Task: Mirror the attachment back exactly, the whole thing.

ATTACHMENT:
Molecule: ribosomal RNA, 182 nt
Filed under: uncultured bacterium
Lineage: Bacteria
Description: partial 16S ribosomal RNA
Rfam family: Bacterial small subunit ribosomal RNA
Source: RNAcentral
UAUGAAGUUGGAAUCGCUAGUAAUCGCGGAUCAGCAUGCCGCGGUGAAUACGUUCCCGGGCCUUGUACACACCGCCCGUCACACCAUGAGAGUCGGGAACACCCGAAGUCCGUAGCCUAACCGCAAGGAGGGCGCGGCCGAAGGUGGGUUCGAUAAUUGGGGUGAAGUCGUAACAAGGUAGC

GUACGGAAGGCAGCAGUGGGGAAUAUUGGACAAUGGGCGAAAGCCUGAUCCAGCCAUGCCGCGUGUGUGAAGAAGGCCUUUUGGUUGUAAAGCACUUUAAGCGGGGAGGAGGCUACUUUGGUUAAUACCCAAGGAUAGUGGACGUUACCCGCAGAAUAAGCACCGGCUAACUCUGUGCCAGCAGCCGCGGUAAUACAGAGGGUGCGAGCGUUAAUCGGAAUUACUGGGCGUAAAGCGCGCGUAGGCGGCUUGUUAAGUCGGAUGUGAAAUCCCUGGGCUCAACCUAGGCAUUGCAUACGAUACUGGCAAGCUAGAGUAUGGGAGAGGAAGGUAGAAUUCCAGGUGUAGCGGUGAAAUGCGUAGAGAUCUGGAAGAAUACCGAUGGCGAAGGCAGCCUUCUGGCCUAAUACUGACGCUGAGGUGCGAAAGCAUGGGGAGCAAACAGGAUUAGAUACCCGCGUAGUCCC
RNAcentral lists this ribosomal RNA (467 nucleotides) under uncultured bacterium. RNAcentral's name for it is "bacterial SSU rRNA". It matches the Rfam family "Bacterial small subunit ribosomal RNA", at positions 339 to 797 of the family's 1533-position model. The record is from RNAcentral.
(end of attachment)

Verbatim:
Molecule: ribosomal RNA, 182 nt
Filed under: uncultured bacterium
Lineage: Bacteria
Description: partial 16S ribosomal RNA
Rfam family: Bacterial small subunit ribosomal RNA
Source: RNAcentral
UAUGAAGUUGGAAUCGCUAGUAAUCGCGGAUCAGCAUGCCGCGGUGAAUACGUUCCCGGGCCUUGUACACACCGCCCGUCACACCAUGAGAGUCGGGAACACCCGAAGUCCGUAGCCUAACCGCAAGGAGGGCGCGGCCGAAGGUGGGUUCGAUAAUUGGGGUGAAGUCGUAACAAGGUAGC

GUACGGAAGGCAGCAGUGGGGAAUAUUGGACAAUGGGCGAAAGCCUGAUCCAGCCAUGCCGCGUGUGUGAAGAAGGCCUUUUGGUUGUAAAGCACUUUAAGCGGGGAGGAGGCUACUUUGGUUAAUACCCAAGGAUAGUGGACGUUACCCGCAGAAUAAGCACCGGCUAACUCUGUGCCAGCAGCCGCGGUAAUACAGAGGGUGCGAGCGUUAAUCGGAAUUACUGGGCGUAAAGCGCGCGUAGGCGGCUUGUUAAGUCGGAUGUGAAAUCCCUGGGCUCAACCUAGGCAUUGCAUACGAUACUGGCAAGCUAGAGUAUGGGAGAGGAAGGUAGAAUUCCAGGUGUAGCGGUGAAAUGCGUAGAGAUCUGGAAGAAUACCGAUGGCGAAGGCAGCCUUCUGGCCUAAUACUGACGCUGAGGUGCGAAAGCAUGGGGAGCAAACAGGAUUAGAUACCCGCGUAGUCCC
RNAcentral lists this ribosomal RNA (467 nucleotides) under uncultured bacterium. RNAcentral's name for it is "bacterial SSU rRNA". It matches the Rfam family "Bacterial small subunit ribosomal RNA", at positions 339 to 797 of the family's 1533-position model. The record is from RNAcentral.